India Brand Conclave: The future of brands is disruption: Benedict Gordon, Superunion

At exchange4media India Brand Conclave, Benedict Gordon, CEO-Asia, Superunion hinted that brands must engage with consumers by building experiences that go beyond the product

e4m by exchange4media Staff
Updated: Nov 30, 2019 12:17 PM
Benedict Gordon Superunion

Whether it’s Nike, and their attempt to transform gender stereotypes, Tesla’s powerful new forms of energy, or even Netflix and the rise of television streaming apps, there will always be room for disruption in the consumer world.

However, with a marketplace that’s more crowded than ever and shifts experienced in unprecedented ways, brands need to do more to create a meaningful difference in the consumer's minds. In the age of experience, brands need to put creativity at the heart of the business to capture their audience’s attention - meaning a clear point of view, designing to disrupt, platform thinking and innovation will be the keys for those who want to get ahead. At the high-powered India Brand Conclave event, Benedict Gordon, CEO-Asia, Superunion weighed in on how the future of brands is disruption.

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“The future of brands has always been disruption, what’s different today is the rate of change,” remarked Gordon. According to him, in the age of experience, brands need to put creativity at the heart of the business. He remarked that with the changing consumers, their attitudes, behaviours and habits changing, they are expecting innovative experiences from brands.

Gordon characterised the state of brands today as VUCA, an acronym which was coined by the U.S. Army in the 1990s to describe the post-cold war world. The idea of VUCA has since been embraced to describe the nature of the world in which we operate: the accelerating rate of change (volatility), the lack of predictability (uncertainty), the interconnectedness, of cause-and-effect forces (complexity) and the strong potential for misreads (ambiguity).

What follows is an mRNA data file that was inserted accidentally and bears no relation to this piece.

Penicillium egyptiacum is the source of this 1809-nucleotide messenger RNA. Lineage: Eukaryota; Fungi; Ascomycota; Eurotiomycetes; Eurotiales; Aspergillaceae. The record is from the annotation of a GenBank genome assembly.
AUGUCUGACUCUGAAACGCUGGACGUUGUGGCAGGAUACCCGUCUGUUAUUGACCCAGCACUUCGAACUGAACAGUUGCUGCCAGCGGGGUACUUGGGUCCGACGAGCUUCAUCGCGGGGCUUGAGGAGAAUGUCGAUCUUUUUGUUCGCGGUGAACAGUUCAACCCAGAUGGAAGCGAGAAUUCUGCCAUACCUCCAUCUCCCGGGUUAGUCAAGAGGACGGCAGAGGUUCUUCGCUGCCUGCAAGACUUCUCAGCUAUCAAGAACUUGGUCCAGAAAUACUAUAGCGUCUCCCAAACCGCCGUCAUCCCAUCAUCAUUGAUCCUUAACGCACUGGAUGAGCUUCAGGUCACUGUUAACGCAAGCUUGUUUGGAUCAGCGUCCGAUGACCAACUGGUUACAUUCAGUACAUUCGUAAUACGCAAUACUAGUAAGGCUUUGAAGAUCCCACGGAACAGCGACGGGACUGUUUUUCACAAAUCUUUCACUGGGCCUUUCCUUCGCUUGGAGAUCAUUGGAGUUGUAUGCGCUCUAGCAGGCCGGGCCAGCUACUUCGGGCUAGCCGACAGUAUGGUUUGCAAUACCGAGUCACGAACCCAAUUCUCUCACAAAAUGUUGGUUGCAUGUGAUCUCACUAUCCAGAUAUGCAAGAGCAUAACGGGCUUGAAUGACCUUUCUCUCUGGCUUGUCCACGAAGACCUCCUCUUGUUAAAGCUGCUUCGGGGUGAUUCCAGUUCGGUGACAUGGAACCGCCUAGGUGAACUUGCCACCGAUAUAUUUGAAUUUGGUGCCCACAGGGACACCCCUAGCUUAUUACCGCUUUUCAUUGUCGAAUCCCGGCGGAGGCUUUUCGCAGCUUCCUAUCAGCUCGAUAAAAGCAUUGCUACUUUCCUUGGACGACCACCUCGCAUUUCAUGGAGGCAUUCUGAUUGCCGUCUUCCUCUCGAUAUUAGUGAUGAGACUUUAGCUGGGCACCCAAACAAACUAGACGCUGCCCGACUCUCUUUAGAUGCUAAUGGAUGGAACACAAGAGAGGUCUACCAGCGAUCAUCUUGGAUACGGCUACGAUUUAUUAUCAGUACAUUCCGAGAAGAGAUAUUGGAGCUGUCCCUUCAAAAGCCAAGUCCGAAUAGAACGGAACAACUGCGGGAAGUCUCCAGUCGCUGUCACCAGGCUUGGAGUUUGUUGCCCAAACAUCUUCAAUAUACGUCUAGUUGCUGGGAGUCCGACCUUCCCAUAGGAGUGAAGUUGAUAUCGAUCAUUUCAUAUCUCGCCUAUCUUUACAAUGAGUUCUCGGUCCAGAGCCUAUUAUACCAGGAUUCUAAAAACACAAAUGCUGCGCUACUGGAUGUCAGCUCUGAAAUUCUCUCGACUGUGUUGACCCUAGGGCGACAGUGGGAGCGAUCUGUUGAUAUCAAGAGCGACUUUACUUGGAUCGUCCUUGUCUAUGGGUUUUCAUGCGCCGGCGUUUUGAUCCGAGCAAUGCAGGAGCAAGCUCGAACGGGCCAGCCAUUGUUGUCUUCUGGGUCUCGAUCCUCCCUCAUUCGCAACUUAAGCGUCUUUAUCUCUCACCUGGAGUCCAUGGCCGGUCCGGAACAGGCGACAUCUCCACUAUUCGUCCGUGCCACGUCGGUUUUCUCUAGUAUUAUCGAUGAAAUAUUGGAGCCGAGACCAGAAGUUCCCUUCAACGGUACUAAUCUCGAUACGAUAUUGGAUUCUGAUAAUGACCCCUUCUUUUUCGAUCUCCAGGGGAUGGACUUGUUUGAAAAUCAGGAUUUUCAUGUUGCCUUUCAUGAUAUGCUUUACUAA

“Brands today exist in the world of Volatility, Uncertainty, Complexity and Ambiguity,” Gordon asserted. 

Furthermore, he added that sometimes building a brand with true potential isn’t just about figuring out where you fit into your current industry, it’s about finding a new way to break the mould and doing it meaningfully. “Most successful brands are those which disrupt in the most meaningful way,” he contended.

On similar lines, Gordon highlighted the increased focus on sustainability and how it resonates with the growing number of customers willing to pay more for goods that reflect sound ethics, from working conditions to environmental impact.

To move in directions nobody has been before and break the mould, the maestro believes that brands must engage consumers by building experiences by going beyond the product. “ Consumers today, are looking at something beyond the product. They are looking for experiences or memories of experiences that they have, more than the products themselves,” he observed.

When it comes to meaningful disruption, Gordon advised, “Own your Idea and also design to disrupt.” He suggested that brands must go beyond static graphic designing, pack a punch and design to impress, to create a lasting first impression.

Moreover, he hinted that consumers are eventually drawn to authenticity. “Just look at the success of TikTok today. It has more than 200 million subscribers. If you look at the success of TikTok with Gen-Z, its because it is a more authentic platform over some of the others. It’s more fun, playful and real,” Gordon illustrated.

Gordon was certain that for the disruption to happen, brands need not just innovate but also become the beacons of a brighter future. “The future of brands will always be disruption,” he established.

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